The Phillies rank dead last in MLB with only 36 home runs, but the club has managed to homer nine times in their last seven games. Maikel Franco has been a big reason for that, hitting four home runs in his last six games, giving him six on the season.
After yesterday’s 2-4 effort with a solo shot, the 22-year-old has 10 hits in his last 25 at-bats (.400 BA) with four home runs and eight RBIs. His slugging percentage over that stretch is 1.000, while his OPS is 1.400.
Needless to say, Franco has found his home run stroke and has provided the Phillies with power from the right-side of the plate; something the club has been severely lacking in recent years.
Since the departure of Jayson Werth back in 2010, the Phillies have experimented with a number of right-handed power bats. Hunter Pence in 2011-2012 hit 28 home runs during his 155 games played with the Phillies, while Delmon Young hit only eight over 80 games in 2013. The most recent right-handed power-bat the Phillies have had is Marlon Byrd, who hit 25 home runs as the everyday right fielder for the Phillies last season, and currently has 10 for the Reds this season.
Now the Phillies have Franco, a guy who the team hopes can be the long-term solution to their right-handed power woes. The former prospect showed signs of power during his years in the Minors, as he hit 70 total home runs, highlighted by a 31 home run season between Single-A and Double-A back in 2013.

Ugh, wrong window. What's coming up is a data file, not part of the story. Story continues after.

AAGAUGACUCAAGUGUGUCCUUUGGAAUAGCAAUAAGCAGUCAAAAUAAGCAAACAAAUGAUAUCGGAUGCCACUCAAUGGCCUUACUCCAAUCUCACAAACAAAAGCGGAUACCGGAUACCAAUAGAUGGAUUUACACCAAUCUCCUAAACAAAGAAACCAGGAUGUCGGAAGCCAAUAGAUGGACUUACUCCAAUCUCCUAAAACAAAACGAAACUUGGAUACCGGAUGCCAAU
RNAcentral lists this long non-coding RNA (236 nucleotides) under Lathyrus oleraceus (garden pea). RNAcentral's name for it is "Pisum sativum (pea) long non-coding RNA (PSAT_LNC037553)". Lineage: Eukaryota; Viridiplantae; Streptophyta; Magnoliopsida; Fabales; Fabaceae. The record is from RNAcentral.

While hitting four homers in six games is impressive, Franco has also shown a flare for the dramatic while doing so. He hit game-tying home runs in consecutive games against the Cincinnati Reds, including a three-run blast off Aroldis Chapman to tie the game in the bottom of the 9th, which eventually led to a Phillies win in extra-innings. His home run off Tim Lincecum in last Friday’s game against the Giants tied the game at four, and his solo shot in yesterday’s contest gave the Phillies’ bullpen a three-run cushion in the 8th inning.
Those who have watched Franco’s home runs can agree that they have been bombs, especially yesterday’s 434-foot blast off Jeremy Affeldt, but according to ESPN Home Run Tracker, Franco’s home runs have traveled an average distance of 405 feet.
Seeing Franco’s recent power surge is a great sign for a Phillies ballclub that has ranked outside the top 20 in home runs the past two seasons. Hopefully Franco can be the right-handed power the bat the Phillies have been missing, and can continue to hit 400-foot bombs for years to come.